Infinite Jest and Advertising. Or, real goods are intangible.

Infinite Jest is the kind of book that has to be read slowly because not only are there sweeping themes and ideas to keep track of, but there are short passages and lines that speak volumes into American culture.  While I was reading, it was easy to gloss over those small details without considering them in a significant way.  I want to slow down with a few.  Here is one.

“V&V’s NoCoat campaign was a case study in the eschatology of emotional appeals…It did what all ads are supposed to do: create an anxiety relieveable by purchase.  It just did it way more well than wisely,” (414).

It comes in a section where Hal, one of the main characters and a junior at the Tennis Academy, is “sinking emotionally into a kind of distracted funk.”  In what appears to be almost a complete aside with the connection only being that Hal once wrote a paper on the American ad industry, the narrator explains the atmosphere of advertising (as the book is set in the near-ish future).  This particular ad was from a company that created a nation-wide need for tongue scrapers: “when the nation became obsessed with the state of its tongue, when people would no sooner leave home without a tongue scraper and an emergency back-up tongue scraper than they’d fail to wash and brush and spray.”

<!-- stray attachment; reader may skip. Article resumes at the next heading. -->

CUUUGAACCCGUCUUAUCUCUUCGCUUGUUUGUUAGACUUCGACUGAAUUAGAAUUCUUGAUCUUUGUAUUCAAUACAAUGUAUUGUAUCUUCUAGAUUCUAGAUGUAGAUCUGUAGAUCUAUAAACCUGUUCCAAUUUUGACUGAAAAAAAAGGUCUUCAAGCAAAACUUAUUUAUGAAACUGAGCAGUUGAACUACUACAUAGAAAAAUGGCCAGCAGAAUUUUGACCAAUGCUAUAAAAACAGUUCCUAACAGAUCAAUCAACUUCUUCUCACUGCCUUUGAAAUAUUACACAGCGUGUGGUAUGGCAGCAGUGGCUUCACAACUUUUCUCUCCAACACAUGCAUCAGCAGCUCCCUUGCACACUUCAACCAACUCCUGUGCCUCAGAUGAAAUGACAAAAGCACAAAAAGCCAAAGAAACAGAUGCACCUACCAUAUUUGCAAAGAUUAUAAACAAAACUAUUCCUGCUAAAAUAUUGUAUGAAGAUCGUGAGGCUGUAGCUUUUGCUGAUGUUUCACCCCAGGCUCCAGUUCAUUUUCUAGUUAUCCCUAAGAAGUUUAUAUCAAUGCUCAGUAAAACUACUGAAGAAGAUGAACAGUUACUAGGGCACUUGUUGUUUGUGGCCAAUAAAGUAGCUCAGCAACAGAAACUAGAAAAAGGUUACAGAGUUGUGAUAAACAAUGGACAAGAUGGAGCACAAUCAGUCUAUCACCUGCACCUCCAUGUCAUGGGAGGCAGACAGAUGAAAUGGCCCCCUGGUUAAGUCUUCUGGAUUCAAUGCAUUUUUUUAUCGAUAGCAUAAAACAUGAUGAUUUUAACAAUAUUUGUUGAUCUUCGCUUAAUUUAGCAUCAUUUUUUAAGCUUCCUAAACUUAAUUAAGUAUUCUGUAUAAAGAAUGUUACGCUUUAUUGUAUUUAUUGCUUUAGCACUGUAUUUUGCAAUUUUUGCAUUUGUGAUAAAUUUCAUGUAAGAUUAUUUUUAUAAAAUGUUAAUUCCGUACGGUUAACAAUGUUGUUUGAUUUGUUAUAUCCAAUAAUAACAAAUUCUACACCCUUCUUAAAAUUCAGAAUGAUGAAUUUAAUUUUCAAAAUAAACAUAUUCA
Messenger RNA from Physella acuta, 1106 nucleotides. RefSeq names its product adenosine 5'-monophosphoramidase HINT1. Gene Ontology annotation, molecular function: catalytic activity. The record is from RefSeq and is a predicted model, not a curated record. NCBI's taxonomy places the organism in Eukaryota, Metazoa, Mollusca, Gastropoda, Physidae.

A. This is hilarious,
B. but DFW’s sense of humor is not what I want to write about, though maybe over coffee some time?

His tone and manner of addressing the absurdity of such aspects and culture is so nonchalant and un-ironic (and reminds me of his essay A Supposedly Fun Thing I’ll Never Do Again)–as though he is pointing out the obvious.  Yet, it is obvious only in the subconscious that we hardly ever bring out to play, because life is easier when we don’t listen to it.

How did it happen that we know our next purchase will not satisfy anything within us and yet we continue to believe and act on the hope that it will?  Why is it easier to believe and act on the promises in advertising than it is in the life truths we claim to profess?  What is going on in our brains when we feel great after buying something new? Why is retail therapy a thing? That people joke about?

We are ridiculous.

I want to drink from a well of Life.

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